Plasma and Serum Proteins
Serum albumin and protein concentrations vary in horses and cattle with hepatic disease. Hypoproteinemia is not common in horses with acute liver disease. Serum albumin is most likely to be decreased in chronic liver disease because of decreased functional hepatic parenchyma. In one study of 84 horses, 13% were hypoalbuminemic. Albumin concentrations were below minimum reference values in 18% of horses with chronic liver disease and 6% with acute liver disease. Globulin concentrations were increased in 64% of the horses.(1 References Diseases of the liver produce clinical signs of depression, anorexia, icterus, and sometimes photosensitization. Chronic liver disease is often accompanied by weight loss. Abdominal ultrasonography... read more ) Hyperproteinemia due to hyperglobulinemia (polyclonal gammopathy or increase in beta-globulins) may develop in horses with severe acute or chronic liver disease. The total plasma protein concentration is often normal; the albumin-to-globulin ratio, however, may be decreased.
Plasma fibrinogen concentration may not be a sensitive test in horses with hepatic insufficiency. Low fibrinogen concentrations may result from parenchymal insufficiency (and failure to produce fibrinogen) or disseminated intravascular coagulopathy (and increased consumption of fibrinogen). A high fibrinogen or serum amyloid A (SAA) concentration is associated with an inflammatory response in horses with cholangiohepatitis Cholangiohepatitis Tyzzer disease is caused by Clostridium piliforme (previously Bacillus piliformis) and results in acute necrotizing hepatitis, myocarditis, and colitis in foals 8–42 days old.... read more .
Abnormalities in prothrombin time (PT) are often the first clotting abnormalities detected because factor VII, a liver-synthesized vitamin K–dependent factor, has the shortest half-life of the liver-derived clotting factors. Serum PT may be prolonged early in the course of hepatic failure and is one of the first function tests to return to normal with recovery from acute hepatic disease. A normal PT determination, however, does not exclude the possibility of coagulopathy due to vitamin K deficiency. Prolonged activated partial thromboplastin time (PTT) or other indications of coagulopathy may be noted in animals with severe hepatic disease.
Urea, Glucose, Ammonia, and Other Alterations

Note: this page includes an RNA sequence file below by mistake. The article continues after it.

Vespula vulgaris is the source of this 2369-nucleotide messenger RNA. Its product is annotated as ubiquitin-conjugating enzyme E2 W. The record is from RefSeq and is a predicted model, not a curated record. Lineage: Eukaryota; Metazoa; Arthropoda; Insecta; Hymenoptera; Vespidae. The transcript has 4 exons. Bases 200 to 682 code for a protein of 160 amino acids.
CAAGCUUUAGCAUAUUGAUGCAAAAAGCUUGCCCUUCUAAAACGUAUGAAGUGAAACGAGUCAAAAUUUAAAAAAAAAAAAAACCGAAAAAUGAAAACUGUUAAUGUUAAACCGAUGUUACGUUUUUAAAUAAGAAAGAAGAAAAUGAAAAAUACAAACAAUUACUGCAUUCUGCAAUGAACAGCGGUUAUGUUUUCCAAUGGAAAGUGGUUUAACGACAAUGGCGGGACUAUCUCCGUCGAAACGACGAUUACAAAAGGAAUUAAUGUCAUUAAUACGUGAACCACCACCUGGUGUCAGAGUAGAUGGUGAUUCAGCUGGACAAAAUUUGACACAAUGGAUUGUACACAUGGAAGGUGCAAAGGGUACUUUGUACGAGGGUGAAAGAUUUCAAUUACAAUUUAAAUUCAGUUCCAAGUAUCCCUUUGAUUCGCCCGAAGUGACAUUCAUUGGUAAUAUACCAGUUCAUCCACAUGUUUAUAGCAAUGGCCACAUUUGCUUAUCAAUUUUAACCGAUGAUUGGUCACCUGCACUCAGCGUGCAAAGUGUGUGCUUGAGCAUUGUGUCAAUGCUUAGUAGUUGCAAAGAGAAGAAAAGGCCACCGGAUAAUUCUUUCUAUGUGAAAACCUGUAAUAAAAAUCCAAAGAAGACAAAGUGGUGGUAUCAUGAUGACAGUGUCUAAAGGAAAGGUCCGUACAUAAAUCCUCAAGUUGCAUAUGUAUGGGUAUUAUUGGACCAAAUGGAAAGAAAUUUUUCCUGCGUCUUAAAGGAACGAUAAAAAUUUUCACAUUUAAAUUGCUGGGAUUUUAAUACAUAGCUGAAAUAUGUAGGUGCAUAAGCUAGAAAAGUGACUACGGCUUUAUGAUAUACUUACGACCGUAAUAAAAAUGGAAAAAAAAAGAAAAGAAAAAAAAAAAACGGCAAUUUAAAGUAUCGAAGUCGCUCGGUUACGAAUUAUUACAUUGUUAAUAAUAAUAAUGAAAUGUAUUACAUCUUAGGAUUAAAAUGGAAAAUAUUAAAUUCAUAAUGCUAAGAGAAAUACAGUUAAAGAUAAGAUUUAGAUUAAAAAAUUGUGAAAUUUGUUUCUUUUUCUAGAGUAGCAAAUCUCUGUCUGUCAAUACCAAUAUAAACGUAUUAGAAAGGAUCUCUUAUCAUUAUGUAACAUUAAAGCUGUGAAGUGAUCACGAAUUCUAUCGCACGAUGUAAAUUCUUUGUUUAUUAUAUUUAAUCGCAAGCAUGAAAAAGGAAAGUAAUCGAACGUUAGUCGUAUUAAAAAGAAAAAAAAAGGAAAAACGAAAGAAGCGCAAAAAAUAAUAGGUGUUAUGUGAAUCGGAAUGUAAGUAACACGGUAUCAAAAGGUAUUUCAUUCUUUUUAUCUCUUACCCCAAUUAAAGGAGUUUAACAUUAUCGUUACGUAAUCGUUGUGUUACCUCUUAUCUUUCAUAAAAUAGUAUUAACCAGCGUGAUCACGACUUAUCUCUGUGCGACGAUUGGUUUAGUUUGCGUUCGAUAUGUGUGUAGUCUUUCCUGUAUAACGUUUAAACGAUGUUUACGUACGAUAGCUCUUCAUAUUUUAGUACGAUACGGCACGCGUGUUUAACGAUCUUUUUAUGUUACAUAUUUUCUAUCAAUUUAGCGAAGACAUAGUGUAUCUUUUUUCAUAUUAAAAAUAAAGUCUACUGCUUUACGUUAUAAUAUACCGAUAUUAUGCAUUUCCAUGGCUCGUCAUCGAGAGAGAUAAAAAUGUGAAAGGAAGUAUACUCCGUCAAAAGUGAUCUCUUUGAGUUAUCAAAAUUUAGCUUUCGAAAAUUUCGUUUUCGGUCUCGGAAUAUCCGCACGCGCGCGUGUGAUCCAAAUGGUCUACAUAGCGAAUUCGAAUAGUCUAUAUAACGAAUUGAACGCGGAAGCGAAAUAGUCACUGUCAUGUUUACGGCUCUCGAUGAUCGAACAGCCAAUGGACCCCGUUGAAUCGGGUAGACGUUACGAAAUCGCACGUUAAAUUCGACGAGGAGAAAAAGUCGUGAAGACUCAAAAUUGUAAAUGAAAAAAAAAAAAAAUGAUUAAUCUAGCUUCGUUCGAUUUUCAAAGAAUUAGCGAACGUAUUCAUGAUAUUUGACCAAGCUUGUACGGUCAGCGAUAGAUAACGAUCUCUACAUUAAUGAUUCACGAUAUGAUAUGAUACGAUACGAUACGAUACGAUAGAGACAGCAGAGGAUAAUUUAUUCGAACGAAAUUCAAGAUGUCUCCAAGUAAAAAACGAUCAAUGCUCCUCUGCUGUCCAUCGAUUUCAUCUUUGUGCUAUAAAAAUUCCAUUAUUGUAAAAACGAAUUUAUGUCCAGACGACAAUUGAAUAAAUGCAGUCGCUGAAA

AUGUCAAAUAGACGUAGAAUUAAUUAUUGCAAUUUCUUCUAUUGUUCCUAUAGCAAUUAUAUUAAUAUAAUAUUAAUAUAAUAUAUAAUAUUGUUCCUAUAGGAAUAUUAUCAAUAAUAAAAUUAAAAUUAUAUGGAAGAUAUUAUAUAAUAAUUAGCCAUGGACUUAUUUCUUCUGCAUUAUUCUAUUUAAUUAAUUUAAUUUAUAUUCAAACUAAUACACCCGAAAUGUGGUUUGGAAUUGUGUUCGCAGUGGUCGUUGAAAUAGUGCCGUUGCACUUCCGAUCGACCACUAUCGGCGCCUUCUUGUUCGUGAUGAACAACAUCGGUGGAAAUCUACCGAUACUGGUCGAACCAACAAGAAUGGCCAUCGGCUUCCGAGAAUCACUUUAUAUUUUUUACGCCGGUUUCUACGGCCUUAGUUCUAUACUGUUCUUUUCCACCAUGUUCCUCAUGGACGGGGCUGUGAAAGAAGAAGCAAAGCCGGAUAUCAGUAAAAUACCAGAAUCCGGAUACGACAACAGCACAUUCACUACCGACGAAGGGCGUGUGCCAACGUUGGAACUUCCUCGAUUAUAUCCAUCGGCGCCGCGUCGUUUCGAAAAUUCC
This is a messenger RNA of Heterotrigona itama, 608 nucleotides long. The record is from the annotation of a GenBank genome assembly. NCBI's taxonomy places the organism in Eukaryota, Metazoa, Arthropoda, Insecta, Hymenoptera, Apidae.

The serum concentration of urea may be decreased in both acute and chronic liver failure. In cases of liver failure, hypoglycemia is common in foals and less common in adult horses and ruminants; it is more likely in chronic liver disease. Blood glucose concentrations in adult horses with hepatic dysfunction are frequently normal or increased (probably because of stress). Plasma triglyceride concentrations are markedly increased in ponies, miniature horses and donkeys with hepatic lipidosis Hepatic Lipidosis . The magnitude of increase in serum triglycerides may correlate with prognosis in horses. Alterations in triglycerides, very-low-density lipoproteins, and esterified cholesterol levels are more common in ruminants than in horses with hepatic insufficiency. Neonatal foals have higher blood triglyceride concentrations than adult horses have.
Plasma ammonia concentrations may be increased with hepatic insufficiency; however, they do not correlate well with the severity of hepatic encephalopathy, except in portocaval shunts. Increased concentrations of blood ammonia and clinical signs of hepatic encephalopathy without hepatic failure are reported in Morgan weanlings with hyperornithinemia, hyperammonemia Hyperammonemia in Morgan Foals Diseases of the gallbladder are rare in ruminants. Obstruction may be associated with liver fluke infestation, foreign bodies, abscesses, neoplasia, suppurative cholecystitis, or abdominal fat... read more , and normocitrullinuria syndrome, as well as in adult horses with primary or idiopathic hyperammonemia. Ingestion of urea or ammonium salts is more likely to cause increases of blood ammonia and encephalopathy in cattle than in horses.